Crushing Criticism

The one thing that would make my PhD bearable…

The Oscillator

The Oscillator

is if my supervisor would actually give a shit.

I spent three months, THREE, trying to get a piece of cloning to work. Twice before I’d thought I’d succeeded at the intermediate steps only to find at the final sequencing step that it hadn’t worked. However, third time lucky! (DMSO is an amazing thing for PCRs that refuse to work, by the way.)Β  I amplified the thing I was trying to clone and sent it for sequencing, and it actually bloody worked. You have no idea how happy this made me. I was jumping for joy, and so relieved, especially since I’d spent the morning deliberately NOT looking at the sequencing result in case it hadn’t worked. Nothing like avoidance of possible failure for getting stuff done, yes?

Obviously, I went in to my supervisor’s office to share the great news as soon as I was sure.

And what did I get? A distracted, ‘huh’. Followed by “but I’m worried about XYZ with this aspect of the project.” Way to go, supervisor mine, crushing my excitement and joy with a well-placed, unrelated criticism. Don’t bother to share in my relief that I can finally move on to the next stage of this part of the work, or to congratulate me on a problem well fixed. *headdesk*

Intellectually,Β  I know that I have to keep on pumping out results that fit the story he wants to believe is true in order to keep him interested. I know he has an ‘oscillator’* of whose work he’s interested in and that you can only be on the up for so long before you drop off his radar. I know I shouldn’t be so emotionally invested in his opinions of my work but I am and I don’t know how to change it. Being driven by a desire to please your superiors works great in secondary school but not so well in real life, alas. Any suggestions on how to wean myself off approval seeking would be much appreciated.

*the lab’s little in-joke. We mainly work on a signalling pathway called NF-ΞΊB which encodes information through an oscillating pattern of nuclear occupancy, and W’s interest in our work goes up and down in wave form like p65’s occupancy of the nucleus does. The heartbreaking irony.


12 thoughts on “Crushing Criticism

  1. Aww man, this sucks.

    You’ve read my story and know I had the opposite problem (an obsessive, over-involved supervisor), but it shared the element of desperately trying to please someone who could not be pleased. At one point, my therapist actually asked me–“Do you think [professor] is capable of being happy/satisfied with her life?” My immediate answer was “No,” followed by a list of reasons that my PI’s life sucked and wrapped up be an evaluation of her obvious crushing anxiety and perfectionism. “Well then, is it going to be very satisfying to pin your happiness and sanity to hers?” Point taken, sir.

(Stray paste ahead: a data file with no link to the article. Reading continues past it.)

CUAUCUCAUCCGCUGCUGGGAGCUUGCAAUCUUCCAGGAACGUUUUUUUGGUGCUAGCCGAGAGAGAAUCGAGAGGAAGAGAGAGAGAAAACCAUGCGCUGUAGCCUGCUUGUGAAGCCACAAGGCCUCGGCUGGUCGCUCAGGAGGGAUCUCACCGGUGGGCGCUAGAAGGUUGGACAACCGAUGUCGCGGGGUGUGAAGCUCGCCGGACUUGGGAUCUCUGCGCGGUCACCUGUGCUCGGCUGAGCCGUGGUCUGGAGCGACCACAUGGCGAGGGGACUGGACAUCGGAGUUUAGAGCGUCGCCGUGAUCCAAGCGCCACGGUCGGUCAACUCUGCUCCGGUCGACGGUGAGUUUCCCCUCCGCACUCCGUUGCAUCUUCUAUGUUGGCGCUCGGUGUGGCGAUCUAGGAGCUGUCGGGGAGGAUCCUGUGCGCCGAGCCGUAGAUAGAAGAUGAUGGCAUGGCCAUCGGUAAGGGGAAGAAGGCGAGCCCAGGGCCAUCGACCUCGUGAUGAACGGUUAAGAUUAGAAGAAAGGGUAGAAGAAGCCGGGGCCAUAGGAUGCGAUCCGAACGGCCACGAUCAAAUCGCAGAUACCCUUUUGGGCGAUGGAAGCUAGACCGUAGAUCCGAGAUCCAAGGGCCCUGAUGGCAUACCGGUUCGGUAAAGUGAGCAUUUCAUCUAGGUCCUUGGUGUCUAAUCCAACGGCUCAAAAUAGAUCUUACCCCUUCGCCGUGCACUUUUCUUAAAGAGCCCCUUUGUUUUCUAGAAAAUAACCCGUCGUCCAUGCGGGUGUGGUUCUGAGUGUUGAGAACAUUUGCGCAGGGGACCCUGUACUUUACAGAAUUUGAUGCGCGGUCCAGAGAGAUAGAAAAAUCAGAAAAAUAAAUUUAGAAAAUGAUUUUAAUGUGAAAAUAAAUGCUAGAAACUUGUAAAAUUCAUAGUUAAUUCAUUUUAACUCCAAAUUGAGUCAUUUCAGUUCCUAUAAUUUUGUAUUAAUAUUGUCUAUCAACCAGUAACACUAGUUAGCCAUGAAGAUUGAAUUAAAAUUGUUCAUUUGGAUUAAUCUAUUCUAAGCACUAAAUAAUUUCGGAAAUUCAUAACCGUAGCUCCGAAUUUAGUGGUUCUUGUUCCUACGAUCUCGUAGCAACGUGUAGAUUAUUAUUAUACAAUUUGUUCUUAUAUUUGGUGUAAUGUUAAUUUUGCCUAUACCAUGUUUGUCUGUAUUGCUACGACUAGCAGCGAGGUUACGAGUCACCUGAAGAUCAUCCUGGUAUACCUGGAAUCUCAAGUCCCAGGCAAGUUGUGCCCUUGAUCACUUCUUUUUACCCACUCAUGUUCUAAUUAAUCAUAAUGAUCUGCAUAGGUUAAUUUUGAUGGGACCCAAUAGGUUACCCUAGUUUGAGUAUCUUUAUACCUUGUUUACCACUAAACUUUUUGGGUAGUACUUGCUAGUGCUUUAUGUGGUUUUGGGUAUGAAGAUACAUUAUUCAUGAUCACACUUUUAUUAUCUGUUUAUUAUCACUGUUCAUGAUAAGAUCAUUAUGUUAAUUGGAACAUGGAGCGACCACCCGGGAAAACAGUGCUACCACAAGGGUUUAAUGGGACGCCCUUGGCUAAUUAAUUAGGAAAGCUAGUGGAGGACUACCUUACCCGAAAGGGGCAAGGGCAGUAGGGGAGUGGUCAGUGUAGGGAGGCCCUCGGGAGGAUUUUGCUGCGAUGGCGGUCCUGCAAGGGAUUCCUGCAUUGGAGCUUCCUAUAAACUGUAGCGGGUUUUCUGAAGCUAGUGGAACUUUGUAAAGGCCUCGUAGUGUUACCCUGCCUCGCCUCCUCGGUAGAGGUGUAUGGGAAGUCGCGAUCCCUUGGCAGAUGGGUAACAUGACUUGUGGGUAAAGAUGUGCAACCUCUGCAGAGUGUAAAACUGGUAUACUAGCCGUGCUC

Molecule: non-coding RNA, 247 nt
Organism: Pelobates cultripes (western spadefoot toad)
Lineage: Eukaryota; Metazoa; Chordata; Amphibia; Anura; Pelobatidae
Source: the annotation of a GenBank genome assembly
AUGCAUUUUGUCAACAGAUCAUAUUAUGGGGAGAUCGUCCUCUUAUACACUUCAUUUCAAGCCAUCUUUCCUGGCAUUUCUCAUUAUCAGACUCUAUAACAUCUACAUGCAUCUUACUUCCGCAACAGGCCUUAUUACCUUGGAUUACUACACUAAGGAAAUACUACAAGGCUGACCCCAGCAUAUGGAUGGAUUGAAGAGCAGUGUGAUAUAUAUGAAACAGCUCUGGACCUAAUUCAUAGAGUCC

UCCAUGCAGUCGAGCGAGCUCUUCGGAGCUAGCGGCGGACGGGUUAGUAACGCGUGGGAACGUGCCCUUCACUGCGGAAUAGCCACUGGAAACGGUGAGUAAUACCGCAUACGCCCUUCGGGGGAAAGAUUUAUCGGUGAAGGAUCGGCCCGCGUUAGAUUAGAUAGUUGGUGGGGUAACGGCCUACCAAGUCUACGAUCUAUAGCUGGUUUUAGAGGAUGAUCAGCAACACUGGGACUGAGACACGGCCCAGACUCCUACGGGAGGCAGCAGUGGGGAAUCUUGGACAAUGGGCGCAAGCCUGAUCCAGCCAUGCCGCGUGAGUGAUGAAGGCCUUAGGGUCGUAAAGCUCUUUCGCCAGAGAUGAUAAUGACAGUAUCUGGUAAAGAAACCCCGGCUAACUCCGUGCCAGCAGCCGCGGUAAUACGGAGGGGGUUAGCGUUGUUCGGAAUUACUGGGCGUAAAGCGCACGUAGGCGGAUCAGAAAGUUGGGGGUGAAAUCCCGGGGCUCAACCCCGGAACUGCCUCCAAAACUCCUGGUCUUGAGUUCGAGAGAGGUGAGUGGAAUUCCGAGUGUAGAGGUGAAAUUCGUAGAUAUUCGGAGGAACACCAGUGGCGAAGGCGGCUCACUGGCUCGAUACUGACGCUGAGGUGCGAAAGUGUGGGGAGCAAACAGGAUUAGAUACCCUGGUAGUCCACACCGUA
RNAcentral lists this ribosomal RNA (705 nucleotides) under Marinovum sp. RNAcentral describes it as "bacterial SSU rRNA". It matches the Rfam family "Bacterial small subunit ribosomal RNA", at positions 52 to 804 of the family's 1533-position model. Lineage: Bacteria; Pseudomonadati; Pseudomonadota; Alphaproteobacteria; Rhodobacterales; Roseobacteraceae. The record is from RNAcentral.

I do honestly think that if I hadn’t allowed myself to be so affected by her lack of approval, I may not have descended into the anxiety and illness spiral that was my downfall… but I don’t for the life of me understand how I was supposed to force myself not to care. Rargh.

    I don’t have solutions, sadly, but I do have all the empathy in the world.

    And speaking of cloning projects from hell, I had one fail after two months of effort and my PI basically just told me I sucked at cloning and to give up and let someone else do it (it was important to my project and that of my postdoc, so this sort of made sense). Postdoc couldn’t get it to work either, until she re-sequenced all of the starting-material plasmids and realized that one we had gotten from another lab (that incidentally is sort of a competitor…) had a point mutation that created a stop codon in a promoter sequence. When we asked the other lab about it, they were like “oh yea, we knew that was there, but it didn’t interfere with what we needed the plasmid for. Totally forgot about it, sorry!” Obviously we can’t prove that their “forgetting” was malicious, but it did set us back a few months. RARGH.

    Anyhow, hugs and best of luck. And damn it, celebrate your small victories with or without your stupid PI’s interest or support. Letting yourself enjoy the little wins is the only way to keep going in a job so fraught with unavoidable failure.

    • Thanks for the hugs Keely. πŸ™‚